“Yoh! It’s too cold,” a man said with that comfortable cyclist’s familiarity as he glided effortlessly past two runners chugging effortfully up a hill in Bulawayo. He left his words hanging, visible in the frigid morning air like a candyfloss ghost.
The runners, Capetonians who had been sent to Zimbabwe’s second city for two-and-a-half weeks on journalistic assignment, agreed in stoic silence broken only by their own laboured, smokey breathing.
Damn straight it was too cold. And too early. And not nearly as much fun as it would have been had we also been riding our bikes.
Happily, we had packed long sleeved tops and tights for these frigid forays. Unhappily, we had foregone gloves and beanies.
Our man on the bike was bundled up in long pants and a jacket, but he was as barehanded and as bareheaded as we were. Not that he seemed anywhere near as bothered by the cold. His hardiness did not surprise: Bulawayo by bike is strictly for the brave.
In Cape Town cyclists get het up about cars parked in bike lanes. In Bulawayo motorists don’t want cyclists anywhere near their precious roads.
So there was nothing unusual about a taxi driver yelling out of his window as he hurtled past, and way too close, to a cyclist riding firmly on the left of the Leopold Takawira Avenue, one of the arteries leading to and from the city: “Get onto the pavement!”
There was no pavement. At least, nothing that South African bicyclists of a commuter persuasion would recognise as a pavement. The edge of the tarmac, itself ragged with ruts, was abutted by an uneven sand track strewn with bits of trees, broken glass and stones the size, at least, of squash balls.
“Bike lane,” read a sign that stood on the other side of the track. Who knew Bulawayo’s city planners had a sense of humour.
By night the hazards of riding a bicycle here leap exponentially. Many streets are unlit, and even those that are graced by a glow that is more rumour than ray. Speed limits, treated as unsolicited advice in daylight hours, are ignored with impunity in the dark.
And yet Bulawayo isn’t short of people riding bikes. Of the scores seen in the course of two weeks, all but three were black and, by the look of them, on missions that had nothing to do with exercise. They were commuting or working.
Not so two of the white cyclists, who were intent on building up a decent sweat and dressed accordingly.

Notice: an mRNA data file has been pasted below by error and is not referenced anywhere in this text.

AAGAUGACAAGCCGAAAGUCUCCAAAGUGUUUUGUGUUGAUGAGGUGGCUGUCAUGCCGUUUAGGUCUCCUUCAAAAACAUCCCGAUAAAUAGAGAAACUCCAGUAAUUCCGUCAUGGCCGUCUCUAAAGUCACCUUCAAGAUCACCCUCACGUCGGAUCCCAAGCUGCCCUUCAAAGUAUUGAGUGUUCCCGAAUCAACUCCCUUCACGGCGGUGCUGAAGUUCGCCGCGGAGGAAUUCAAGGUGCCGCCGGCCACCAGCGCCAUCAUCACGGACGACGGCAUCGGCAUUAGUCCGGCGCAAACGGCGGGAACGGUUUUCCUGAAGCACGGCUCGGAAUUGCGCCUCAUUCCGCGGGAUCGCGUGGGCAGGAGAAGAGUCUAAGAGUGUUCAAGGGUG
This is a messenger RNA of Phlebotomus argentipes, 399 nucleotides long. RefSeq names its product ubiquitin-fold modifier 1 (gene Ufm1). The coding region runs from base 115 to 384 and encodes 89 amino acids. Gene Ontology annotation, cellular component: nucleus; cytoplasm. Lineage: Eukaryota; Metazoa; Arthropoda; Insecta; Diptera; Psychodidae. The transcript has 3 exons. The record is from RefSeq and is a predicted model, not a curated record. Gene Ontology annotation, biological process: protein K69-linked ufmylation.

The other pale pedaller trundled down a quiet street in jeans and hipsterish shirt and would not have looked out of place in Copenhagen, Portland or, indeed, Cape Town.
Each of the above represents a subculture of a Bulawayo’s cycling scene. To generalise, here white people ride bikes because they want to and black people because they have to.
There’s another split among the latter. It is the difference between the aspirational and the arrived in a society where every facet of life is spiked with politics that can be too personal for comfort.
If you’re rich people wonder who you know and what wheeling and dealing you have done to get there. If you’re poor they see you as gullible and bullied, and will think little of trying to use those perceptions against you and to their own advantage.
There seems to be precious little between those two poles in a country that has been hurting for far longer than Robert Mugabe’s 36 years in power.
Zimbabwe is not alone in this. Much the same hierarchy applies on the Asian sub-continent, where there are many more people on many more bikes and in many more cars and trucks than in Africa.
One of those African cyclists is Bulawayo’s Nkosiyazi Sibanda, who runs his glazier’s business from the back of his bike.
“Drivers of cars don’t respect us at all but I’m not scared to ride on the roads,” he said. “I don’t think it’s that dangerous and I’ve never had a bad accident.”
Sibanda spoke as he took a roadside break from pedalling the streets looking for broken windows that might need mending, several panes of glass secured on his bike for that purpose.
“We are suffering in this country – there is no work and we are hungry,” he said. “And I’ve got a wife and three children to take care of.”
Sibanda was unusual in that he was willing to be named. Among those who, out of fear of reprisal from powerful figures known and unknown, preferred to remain anonymous was a landscape gardener in his 50s.
“I’ve been riding a bike since 2003 and it’s still my only means of transport,” he said. “I ride between five and 10 kilometres a day.
“It’s safe to ride in Bulawayo but I try to avoid busy roads, especially in the morning.
“I would buy a car if I had money, but I don’t have money.”
Some of what these cyclists said will be familiar to all of us; some of it – mercifully – not.
Their words and their circumstances were still on my mind days later as, happily returned home, I took a blissful ride along Beach Road in Sea Point.
The air was crisp under a sky spangled with clouds delicious with drizzle. There is comfort to be taken from the greyness of a wet winter morning in Cape Town, and I took it with deep satisfaction.
An old lady waiting at a bus stop broke into a warm smile as I approached. As I passed she said, “What a fine day for cycling! Good on you!”
She was right, of course: it was cold. But not too cold.
A fascinating insight into bicycle culture in Bulawayo, Zimbabwe.
The story of Shaun Knipe, a man who has chosen to escape society’s conforms and live his life on Cape Town’s Streets. His bicycle, is both his home and his freedom machine.
South African journalist and passionate commuter cyclist Telford Vice shares his experience of cycling in Cape Town… “Why do I ride a bicycle? Silly question. Here’s a better one: why doesn’t everyone ride a bicycle?”